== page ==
You have traveled to many places to shoot these stories. How are you able to embed yourself in the communities you cover?
I was raised as a third-culture kid with Black/Chinese parents who were often on tour, so I moved around a lot—always the new girl. That awkward tension was my normal, so I became sort of adept at registering different cultural norms and cues. I think those early experiences helped translate to a level of fluidity when attempting to understand some of the impetus around perception and elemental realities that inform other cultures’ world views. And the type of work that I prefer demands a level of compassion and intimacy with strangers so they feel comfortable opening up to me, during sometimes the worst moments of their lives. I try to wrap them with my whole heart, to become a source of calm, which goes a long way as folks need to be seen by someone/anyone, which I think is the job.
I guess the hard part for me isn’t the embedding, which feels natural, but rather how to emotionally disentangle when the stories are done and I’m back in the States.
Visual artist, Los Angeles
WIRED: Can you talk about your process of image-making and what makes it extremely special?
Maya Iman: My work is an intimate view of my community. I work with my subjects in safe and intimate spaces, where the beauty of trust and bonds are created and nurtured through image-making.
The portraits you take contain such a variety of emotions, and it feels authentic. Would you say this about your own work? And if so, how do you accomplish this?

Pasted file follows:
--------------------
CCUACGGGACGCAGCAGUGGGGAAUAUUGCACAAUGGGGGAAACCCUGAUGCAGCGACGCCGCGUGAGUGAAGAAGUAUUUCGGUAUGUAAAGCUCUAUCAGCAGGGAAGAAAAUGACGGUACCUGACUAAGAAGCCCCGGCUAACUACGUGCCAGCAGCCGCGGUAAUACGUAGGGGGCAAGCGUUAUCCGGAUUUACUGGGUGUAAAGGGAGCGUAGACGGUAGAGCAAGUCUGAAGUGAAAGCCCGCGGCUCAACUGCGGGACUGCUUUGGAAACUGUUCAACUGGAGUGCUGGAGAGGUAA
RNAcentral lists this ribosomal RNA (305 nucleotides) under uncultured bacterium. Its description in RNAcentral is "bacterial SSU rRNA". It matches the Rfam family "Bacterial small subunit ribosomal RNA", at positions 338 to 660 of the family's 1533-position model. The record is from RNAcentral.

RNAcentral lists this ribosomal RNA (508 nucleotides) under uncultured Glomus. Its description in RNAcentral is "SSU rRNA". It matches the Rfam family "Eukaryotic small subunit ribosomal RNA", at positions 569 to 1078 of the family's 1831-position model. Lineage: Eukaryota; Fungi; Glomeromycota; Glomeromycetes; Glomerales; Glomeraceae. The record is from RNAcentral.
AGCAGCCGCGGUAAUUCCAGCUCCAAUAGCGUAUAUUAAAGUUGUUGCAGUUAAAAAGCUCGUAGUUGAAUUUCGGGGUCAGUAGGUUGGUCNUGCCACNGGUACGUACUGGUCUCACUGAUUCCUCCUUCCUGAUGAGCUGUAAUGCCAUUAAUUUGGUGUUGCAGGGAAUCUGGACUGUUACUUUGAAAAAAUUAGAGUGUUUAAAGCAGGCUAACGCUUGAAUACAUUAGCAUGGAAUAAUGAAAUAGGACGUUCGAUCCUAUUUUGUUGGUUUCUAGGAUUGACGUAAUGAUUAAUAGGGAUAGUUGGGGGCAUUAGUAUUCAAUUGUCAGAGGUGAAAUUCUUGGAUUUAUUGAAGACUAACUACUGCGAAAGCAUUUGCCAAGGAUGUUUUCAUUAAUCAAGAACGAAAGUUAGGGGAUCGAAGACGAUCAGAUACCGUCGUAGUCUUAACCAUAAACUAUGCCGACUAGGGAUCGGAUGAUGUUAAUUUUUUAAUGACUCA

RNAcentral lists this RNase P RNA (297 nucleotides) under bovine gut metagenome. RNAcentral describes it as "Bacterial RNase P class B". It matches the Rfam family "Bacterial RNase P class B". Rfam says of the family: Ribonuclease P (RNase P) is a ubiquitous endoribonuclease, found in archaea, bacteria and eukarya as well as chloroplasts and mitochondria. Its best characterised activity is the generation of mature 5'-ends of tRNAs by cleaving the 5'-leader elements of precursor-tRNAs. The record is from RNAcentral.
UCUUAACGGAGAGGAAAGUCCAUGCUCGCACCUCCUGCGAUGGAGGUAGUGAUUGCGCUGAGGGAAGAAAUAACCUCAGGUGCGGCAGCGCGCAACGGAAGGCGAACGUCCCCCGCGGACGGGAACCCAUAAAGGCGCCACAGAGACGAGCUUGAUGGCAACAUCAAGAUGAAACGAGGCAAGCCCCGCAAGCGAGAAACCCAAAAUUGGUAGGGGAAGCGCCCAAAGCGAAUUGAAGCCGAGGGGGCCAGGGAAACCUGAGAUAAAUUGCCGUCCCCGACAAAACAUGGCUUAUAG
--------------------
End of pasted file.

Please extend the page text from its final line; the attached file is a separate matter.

I would. I’m intentional about my work and how it comes across to the viewers. I work with my subjects in safe and intimate spaces, where the beauty of trust and lifelong bonds are created and nurtured through image-making.
How do you hope your eye, or your view of taking photographs, will impact future generations?
My work is not only an intimate view of my community but also a means to unlock the general essence of humanity. I hope my work impacts future generations to continue creating work of us.
How do you want your photography to evolve, if you do?
I’m ready to get into filmmaking!
What kind of films do you want to dive into?
Documentary films, short films, and music videos.
Why are you drawn to these types of films?
I grew up watching MTV and BET. I was brought up seeing music videos as a child. I would love to create nostalgia and euphoric storytelling through the medium with a modern perspective.
More Great WIRED Stories📩 The latest on tech, science, and more: Get our newsletters!How Telegram became the anti-FacebookA new trick lets AI see in 3DLooks like folding phones are here to stayWomen in tech have been pulling a “second shift”Can super-fast battery charging fix the electric car?👁️ Explore AI like never before with our new database💻 Upgrade your work game with our Gear team’s favorite laptops, keyboards, typing alternatives, and noise-canceling headphones